GDP is a measure of the economy’s top line, total sales. Sales drive earnings, earnings drive stock prices. If the economic recovery does continue to unfold as economists expect, then earnings are headed much higher. How much higher and what does this mean for stock prices? The numbers are illustrated in the following chart. Interestingly, despite all of the last month’s problems, analysts actually bumped their S&P 500 earnings estimates higher, again. Which is to say the feet on the street who daily talk to company managements haven’t yet wavered in their strong earnings recovery convictions. When I look at this chart I ask myself “if the red line (earnings) goes higher, what is the black line (stock prices) likely to do between now and the end of the year?” You get the picture. This chart so clearly illustrates why most Wall Street strategists have pegged their year-end targets for the S&P 500 at 1450, or thereabouts. Goldman Sachs is at 1500. While it may seem like pie-in-the-sky in the present crisis atmosphere, it does make perfect sense. Those targets assume a year-end market P/E multiple on trailing earnings of 15 times – not a stretch, in fact, very reasonable by historic comparison.

Just one last point on a slightly different topic, since I happened to be working on the numbers this month. We’ve all heard that “the U.S. doesn’t manufacture anything anymore.” The sub-text of this whining complaint is that our country is going down the drain, that a service economy is qualitatively inferior to a manufacturing economy, that our standard of living is headed inexorably lower. As a matter of fact, none of this is true. I can address the service-economy topic in future installments, but what about that first point – that we don’t manufacture anything anymore? Take a look at the following chart.  It turns out that U.S. manufacturing might has remained extraordinary. Yes, of course China has made huge gains, which is what you would have to expect from the unleashing into a market economy of 1.3 billion under-productively employed people compared to the U.S.’s 310 million. But, the fact is that the U.S. is still the world’s largest manufacturer and manufacturing growth over the last three decades has accelerated from the three decades prior to 1980.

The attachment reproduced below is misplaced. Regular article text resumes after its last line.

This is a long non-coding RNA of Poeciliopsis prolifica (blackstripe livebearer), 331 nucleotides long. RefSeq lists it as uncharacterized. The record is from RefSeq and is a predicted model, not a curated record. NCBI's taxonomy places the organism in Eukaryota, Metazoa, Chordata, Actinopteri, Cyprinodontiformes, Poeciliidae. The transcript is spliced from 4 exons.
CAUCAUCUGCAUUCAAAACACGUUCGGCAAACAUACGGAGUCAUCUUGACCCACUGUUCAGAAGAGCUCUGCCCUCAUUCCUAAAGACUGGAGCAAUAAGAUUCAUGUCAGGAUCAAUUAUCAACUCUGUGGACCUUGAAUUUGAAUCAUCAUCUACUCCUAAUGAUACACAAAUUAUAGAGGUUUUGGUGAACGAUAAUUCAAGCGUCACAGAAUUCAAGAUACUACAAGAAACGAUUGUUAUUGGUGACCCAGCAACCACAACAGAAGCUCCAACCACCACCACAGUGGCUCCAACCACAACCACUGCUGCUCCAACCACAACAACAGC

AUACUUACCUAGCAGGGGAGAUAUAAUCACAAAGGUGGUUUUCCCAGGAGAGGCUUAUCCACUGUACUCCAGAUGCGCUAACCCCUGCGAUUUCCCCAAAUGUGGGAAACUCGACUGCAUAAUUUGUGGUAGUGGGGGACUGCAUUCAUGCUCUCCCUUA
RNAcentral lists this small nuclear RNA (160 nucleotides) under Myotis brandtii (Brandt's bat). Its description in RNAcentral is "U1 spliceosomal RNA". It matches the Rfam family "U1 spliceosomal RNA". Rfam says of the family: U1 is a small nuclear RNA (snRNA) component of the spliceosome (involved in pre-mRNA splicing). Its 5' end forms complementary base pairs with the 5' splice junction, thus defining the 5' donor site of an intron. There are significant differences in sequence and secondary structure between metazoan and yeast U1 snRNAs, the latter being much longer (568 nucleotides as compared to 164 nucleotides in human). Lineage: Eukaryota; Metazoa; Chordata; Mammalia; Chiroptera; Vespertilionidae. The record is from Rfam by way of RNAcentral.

The related statistic is that the U.S. has actually held on to virtually all of its global share of manufacturing, even as Europe and Japan really have been going down the drain on this measure.


What Americans see, however, is that manufacturing jobs, at about 9% of total U.S. jobs, have declined from 38% at the end of WWII, taken to be a bad thing. With extraordinary gains in productivity over the last six decades we can make much more stuff with fewer and fewer people, freeing up those people to work in services. The largest and fastest growing jobs category of all is health care and education, in which wages are, on average, substantially higher than production jobs. Did you know that, according to the Bureau of Labor Statistics, teachers, on average, make over $50/hour compared to the average for production workers of $25/hour? Similar for health care workers and many of the other service job categories. I make these important points because this topic – the “decline” of American manufacturing – is so often trotted out as a reason to be pessimistic about our economic future. Truly an unfortunate but widespread myth.